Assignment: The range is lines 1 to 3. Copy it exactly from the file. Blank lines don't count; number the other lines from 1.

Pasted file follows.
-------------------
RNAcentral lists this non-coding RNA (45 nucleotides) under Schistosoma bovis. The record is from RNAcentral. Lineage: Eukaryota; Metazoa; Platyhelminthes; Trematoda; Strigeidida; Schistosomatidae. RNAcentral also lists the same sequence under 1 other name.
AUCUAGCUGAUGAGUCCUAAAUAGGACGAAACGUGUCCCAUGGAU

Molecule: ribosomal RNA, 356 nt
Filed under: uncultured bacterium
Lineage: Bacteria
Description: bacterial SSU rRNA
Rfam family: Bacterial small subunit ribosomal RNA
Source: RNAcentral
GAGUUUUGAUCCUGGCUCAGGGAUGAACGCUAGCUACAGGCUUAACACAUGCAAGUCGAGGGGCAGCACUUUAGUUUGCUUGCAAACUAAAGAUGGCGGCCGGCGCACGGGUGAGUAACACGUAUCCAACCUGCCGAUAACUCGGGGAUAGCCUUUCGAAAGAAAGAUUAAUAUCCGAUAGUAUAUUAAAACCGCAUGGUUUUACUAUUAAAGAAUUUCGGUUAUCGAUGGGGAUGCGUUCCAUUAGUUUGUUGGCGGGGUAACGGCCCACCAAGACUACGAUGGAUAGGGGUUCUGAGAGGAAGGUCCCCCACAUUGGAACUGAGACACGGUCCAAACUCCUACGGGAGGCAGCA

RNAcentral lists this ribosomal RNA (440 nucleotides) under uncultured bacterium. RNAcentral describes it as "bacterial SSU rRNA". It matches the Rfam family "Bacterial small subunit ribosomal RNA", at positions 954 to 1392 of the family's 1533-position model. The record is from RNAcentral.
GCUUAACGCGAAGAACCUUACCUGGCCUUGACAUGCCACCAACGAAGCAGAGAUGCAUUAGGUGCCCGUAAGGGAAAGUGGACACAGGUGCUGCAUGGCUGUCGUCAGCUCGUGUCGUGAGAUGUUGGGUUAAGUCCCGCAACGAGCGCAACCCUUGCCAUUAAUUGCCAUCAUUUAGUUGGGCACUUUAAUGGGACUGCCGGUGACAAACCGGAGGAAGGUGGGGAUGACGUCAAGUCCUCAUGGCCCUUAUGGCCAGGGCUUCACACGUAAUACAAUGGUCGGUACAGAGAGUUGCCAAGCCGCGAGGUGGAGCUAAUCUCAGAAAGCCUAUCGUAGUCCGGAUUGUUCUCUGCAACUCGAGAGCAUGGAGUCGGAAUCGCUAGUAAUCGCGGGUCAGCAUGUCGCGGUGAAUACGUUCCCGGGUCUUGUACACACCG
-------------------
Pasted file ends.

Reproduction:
RNAcentral lists this non-coding RNA (45 nucleotides) under Schistosoma bovis. The record is from RNAcentral. Lineage: Eukaryota; Metazoa; Platyhelminthes; Trematoda; Strigeidida; Schistosomatidae. RNAcentral also lists the same sequence under 1 other name.
AUCUAGCUGAUGAGUCCUAAAUAGGACGAAACGUGUCCCAUGGAU

Molecule: ribosomal RNA, 356 nt